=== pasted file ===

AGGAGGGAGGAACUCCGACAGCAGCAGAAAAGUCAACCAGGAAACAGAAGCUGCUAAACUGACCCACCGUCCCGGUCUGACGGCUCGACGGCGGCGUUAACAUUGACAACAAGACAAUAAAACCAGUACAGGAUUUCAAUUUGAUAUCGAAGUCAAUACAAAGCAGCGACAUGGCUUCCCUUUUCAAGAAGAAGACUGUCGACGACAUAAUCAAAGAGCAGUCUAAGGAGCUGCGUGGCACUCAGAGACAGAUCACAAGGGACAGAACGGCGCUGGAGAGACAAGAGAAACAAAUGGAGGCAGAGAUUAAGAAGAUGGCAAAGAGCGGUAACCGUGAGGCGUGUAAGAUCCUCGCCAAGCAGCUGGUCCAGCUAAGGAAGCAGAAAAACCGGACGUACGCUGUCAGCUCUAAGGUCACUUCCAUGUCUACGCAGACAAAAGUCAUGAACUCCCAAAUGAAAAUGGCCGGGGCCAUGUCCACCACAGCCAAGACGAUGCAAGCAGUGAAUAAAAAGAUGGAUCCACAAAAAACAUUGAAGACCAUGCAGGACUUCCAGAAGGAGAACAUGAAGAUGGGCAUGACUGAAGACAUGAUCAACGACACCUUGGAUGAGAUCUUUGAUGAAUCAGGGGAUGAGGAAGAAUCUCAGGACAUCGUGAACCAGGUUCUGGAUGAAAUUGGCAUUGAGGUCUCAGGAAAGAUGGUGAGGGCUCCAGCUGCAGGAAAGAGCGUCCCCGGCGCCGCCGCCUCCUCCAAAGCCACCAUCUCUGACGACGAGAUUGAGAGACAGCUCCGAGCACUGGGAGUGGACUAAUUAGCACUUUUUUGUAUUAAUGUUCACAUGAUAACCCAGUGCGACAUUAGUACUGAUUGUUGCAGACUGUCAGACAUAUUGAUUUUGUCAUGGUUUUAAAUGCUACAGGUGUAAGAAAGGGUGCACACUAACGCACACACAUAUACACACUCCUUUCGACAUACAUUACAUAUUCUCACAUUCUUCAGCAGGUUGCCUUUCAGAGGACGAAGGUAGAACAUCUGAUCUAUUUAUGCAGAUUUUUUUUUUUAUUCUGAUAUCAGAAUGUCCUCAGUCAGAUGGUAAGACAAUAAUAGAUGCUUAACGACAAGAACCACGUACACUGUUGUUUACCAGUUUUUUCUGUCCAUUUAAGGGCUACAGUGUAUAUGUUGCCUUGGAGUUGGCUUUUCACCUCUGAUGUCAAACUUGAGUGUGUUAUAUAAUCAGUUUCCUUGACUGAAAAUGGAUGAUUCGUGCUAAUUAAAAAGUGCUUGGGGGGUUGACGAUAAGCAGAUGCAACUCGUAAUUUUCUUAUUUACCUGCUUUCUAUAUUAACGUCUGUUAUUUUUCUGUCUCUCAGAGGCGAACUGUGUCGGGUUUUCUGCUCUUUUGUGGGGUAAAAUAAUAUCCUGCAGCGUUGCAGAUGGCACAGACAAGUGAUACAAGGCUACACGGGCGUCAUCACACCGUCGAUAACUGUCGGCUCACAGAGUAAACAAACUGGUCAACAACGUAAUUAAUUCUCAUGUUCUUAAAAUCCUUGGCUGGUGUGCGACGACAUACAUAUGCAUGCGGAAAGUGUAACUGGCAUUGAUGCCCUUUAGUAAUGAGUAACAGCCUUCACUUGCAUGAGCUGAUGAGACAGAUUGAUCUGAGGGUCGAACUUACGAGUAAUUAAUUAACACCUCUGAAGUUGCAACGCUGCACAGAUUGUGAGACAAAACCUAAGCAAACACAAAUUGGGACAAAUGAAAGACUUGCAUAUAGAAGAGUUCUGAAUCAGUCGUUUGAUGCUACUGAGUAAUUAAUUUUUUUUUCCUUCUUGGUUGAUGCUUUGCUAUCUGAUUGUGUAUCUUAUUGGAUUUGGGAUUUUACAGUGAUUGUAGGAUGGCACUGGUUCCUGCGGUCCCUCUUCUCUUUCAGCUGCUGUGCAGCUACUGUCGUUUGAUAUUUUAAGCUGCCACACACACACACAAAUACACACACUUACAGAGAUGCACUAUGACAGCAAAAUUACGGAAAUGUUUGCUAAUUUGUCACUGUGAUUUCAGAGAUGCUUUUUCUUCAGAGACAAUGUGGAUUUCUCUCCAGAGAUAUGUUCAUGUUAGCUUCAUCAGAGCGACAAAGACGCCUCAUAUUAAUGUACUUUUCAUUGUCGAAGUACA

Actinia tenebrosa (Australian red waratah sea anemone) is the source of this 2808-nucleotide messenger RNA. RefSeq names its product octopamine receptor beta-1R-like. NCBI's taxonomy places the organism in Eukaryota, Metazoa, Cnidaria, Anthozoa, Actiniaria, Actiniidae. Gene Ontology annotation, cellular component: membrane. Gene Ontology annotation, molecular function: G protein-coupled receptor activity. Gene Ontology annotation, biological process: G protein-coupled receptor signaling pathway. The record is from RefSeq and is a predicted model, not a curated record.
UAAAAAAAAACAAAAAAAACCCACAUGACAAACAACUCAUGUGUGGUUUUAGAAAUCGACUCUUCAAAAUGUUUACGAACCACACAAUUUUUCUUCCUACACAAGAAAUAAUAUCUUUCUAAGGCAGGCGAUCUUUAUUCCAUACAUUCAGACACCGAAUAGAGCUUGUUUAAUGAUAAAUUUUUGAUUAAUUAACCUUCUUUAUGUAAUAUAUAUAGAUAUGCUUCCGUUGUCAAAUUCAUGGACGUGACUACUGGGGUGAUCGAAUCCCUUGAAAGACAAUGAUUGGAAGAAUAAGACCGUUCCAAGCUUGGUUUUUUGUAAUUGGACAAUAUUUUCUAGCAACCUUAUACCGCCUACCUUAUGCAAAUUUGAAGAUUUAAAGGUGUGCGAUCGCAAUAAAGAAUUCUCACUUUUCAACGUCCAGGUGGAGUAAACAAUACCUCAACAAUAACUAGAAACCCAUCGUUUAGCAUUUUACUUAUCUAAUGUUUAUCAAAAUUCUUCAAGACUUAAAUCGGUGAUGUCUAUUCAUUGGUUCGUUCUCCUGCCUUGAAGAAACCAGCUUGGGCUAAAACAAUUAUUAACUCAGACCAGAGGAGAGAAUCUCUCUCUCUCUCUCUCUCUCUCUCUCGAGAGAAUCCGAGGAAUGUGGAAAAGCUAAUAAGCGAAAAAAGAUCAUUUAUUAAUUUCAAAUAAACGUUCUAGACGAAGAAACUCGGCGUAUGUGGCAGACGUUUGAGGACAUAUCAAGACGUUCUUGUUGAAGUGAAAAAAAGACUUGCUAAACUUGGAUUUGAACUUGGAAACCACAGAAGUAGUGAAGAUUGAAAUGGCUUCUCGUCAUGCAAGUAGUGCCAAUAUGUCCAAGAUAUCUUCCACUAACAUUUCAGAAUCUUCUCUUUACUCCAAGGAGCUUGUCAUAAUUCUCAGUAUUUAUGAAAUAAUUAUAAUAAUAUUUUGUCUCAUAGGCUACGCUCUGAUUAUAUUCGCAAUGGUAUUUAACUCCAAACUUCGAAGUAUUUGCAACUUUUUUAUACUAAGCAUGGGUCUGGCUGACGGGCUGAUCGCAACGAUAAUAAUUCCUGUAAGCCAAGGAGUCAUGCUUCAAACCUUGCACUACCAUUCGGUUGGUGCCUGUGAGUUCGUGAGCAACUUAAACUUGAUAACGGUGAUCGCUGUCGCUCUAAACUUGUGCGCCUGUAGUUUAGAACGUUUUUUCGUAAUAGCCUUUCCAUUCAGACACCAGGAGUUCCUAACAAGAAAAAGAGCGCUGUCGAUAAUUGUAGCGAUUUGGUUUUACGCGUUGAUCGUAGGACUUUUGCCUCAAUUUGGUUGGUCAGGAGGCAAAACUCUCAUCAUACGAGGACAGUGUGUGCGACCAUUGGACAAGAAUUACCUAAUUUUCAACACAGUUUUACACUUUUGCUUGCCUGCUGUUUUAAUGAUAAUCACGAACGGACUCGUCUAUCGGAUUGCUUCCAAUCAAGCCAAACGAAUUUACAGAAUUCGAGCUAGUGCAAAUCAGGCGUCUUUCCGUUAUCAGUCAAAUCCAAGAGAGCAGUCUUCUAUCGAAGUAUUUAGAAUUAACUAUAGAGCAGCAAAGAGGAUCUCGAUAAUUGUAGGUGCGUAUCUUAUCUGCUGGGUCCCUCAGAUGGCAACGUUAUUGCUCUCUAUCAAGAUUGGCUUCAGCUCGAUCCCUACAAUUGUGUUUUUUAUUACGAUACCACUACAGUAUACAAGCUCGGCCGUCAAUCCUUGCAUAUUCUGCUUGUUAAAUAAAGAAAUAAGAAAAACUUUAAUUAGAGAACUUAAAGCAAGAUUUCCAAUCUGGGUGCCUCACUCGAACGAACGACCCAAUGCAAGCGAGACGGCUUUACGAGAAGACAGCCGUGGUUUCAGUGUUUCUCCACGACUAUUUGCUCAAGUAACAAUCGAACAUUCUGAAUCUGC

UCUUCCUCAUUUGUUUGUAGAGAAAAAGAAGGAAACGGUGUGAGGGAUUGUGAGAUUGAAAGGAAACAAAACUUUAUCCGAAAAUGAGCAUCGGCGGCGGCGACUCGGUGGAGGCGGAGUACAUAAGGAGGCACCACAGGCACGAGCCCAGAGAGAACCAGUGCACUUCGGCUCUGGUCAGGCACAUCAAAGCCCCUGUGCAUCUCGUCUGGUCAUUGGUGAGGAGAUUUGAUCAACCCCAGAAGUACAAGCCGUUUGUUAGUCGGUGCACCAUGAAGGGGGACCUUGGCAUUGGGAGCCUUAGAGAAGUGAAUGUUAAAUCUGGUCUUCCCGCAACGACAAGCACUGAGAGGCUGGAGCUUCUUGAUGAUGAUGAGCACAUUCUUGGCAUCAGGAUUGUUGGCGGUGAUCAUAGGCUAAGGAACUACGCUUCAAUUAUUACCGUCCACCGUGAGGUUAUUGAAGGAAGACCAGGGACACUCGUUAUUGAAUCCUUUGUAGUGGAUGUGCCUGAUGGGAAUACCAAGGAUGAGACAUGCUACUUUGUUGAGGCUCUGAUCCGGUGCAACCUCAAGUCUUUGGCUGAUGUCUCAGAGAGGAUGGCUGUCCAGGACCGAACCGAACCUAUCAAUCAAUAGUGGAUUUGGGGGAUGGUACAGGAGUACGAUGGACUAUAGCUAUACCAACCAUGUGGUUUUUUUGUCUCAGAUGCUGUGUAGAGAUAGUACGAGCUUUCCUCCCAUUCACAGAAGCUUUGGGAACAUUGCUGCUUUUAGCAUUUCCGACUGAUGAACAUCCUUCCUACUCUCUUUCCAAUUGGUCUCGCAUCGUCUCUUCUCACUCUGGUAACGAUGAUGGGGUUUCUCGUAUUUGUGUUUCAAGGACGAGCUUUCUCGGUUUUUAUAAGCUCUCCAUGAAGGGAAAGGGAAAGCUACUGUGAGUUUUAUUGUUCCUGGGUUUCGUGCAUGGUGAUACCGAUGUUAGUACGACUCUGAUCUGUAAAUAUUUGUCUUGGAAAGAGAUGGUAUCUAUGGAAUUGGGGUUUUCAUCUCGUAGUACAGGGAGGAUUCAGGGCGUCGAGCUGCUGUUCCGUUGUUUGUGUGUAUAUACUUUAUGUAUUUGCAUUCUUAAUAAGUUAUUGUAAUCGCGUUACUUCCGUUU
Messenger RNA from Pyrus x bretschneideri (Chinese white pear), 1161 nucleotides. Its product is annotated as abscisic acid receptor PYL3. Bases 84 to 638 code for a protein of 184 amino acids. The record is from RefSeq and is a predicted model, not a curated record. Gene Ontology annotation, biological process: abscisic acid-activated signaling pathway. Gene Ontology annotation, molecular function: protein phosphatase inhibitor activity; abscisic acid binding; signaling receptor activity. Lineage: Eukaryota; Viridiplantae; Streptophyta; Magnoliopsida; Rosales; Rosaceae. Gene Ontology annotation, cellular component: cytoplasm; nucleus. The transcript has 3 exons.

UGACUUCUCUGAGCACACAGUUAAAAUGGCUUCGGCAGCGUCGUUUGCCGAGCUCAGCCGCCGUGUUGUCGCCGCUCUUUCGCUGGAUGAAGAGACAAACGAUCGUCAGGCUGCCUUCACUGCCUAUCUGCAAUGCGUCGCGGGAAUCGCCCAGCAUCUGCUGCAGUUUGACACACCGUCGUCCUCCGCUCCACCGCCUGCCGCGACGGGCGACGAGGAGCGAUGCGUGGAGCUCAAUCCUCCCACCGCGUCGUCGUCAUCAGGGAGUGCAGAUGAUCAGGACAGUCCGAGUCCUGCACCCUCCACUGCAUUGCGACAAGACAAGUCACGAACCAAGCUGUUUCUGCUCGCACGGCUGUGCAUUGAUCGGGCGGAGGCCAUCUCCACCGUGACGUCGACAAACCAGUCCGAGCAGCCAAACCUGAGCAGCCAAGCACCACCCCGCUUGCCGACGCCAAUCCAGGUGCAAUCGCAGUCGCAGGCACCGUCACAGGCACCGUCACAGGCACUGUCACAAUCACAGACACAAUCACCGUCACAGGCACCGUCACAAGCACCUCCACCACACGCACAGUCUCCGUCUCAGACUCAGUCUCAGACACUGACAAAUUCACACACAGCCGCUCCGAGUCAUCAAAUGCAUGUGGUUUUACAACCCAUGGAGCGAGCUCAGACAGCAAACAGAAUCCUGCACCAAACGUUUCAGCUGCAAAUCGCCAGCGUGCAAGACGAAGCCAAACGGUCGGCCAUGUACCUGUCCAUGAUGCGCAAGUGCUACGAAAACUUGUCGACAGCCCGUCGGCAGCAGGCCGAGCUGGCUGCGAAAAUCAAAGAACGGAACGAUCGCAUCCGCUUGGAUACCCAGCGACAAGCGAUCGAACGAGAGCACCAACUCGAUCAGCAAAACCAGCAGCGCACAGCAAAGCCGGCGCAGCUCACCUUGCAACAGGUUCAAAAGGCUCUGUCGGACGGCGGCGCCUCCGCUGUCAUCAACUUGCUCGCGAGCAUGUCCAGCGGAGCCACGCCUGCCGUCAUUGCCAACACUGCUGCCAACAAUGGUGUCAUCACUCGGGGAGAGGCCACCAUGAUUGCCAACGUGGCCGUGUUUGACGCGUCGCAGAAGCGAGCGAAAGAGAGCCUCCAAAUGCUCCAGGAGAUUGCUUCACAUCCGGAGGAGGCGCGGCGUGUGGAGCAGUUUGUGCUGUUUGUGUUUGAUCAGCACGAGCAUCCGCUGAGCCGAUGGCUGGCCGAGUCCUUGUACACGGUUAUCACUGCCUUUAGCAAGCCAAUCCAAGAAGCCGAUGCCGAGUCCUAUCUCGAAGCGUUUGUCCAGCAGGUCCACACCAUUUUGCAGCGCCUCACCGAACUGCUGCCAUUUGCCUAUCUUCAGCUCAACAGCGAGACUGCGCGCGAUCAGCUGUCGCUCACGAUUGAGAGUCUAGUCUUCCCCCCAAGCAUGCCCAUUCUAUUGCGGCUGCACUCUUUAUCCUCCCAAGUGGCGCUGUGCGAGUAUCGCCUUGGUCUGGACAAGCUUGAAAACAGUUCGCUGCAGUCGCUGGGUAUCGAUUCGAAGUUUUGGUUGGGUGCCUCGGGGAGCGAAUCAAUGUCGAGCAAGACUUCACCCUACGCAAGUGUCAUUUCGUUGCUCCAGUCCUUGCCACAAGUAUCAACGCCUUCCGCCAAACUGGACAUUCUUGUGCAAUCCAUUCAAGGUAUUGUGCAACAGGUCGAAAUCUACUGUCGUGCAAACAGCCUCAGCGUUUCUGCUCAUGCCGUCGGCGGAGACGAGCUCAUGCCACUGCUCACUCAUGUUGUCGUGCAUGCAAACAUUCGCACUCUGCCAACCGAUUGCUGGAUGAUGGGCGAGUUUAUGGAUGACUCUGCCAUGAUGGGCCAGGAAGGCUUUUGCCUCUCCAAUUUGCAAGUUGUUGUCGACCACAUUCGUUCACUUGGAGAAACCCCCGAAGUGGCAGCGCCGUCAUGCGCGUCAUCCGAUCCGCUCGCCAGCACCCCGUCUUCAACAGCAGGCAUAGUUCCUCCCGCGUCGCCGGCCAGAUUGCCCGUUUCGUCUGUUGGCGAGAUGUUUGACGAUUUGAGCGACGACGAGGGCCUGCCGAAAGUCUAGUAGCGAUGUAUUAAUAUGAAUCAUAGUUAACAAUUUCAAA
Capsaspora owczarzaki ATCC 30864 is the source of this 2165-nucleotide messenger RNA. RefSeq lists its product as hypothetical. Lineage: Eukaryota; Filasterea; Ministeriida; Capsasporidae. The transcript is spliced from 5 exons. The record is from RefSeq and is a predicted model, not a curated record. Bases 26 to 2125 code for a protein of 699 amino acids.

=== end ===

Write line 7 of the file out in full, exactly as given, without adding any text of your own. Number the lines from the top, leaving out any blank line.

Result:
Capsaspora owczarzaki ATCC 30864 is the source of this 2165-nucleotide messenger RNA. RefSeq lists its product as hypothetical. Lineage: Eukaryota; Filasterea; Ministeriida; Capsasporidae. The transcript is spliced from 5 exons. The record is from RefSeq and is a predicted model, not a curated record. Bases 26 to 2125 code for a protein of 699 amino acids.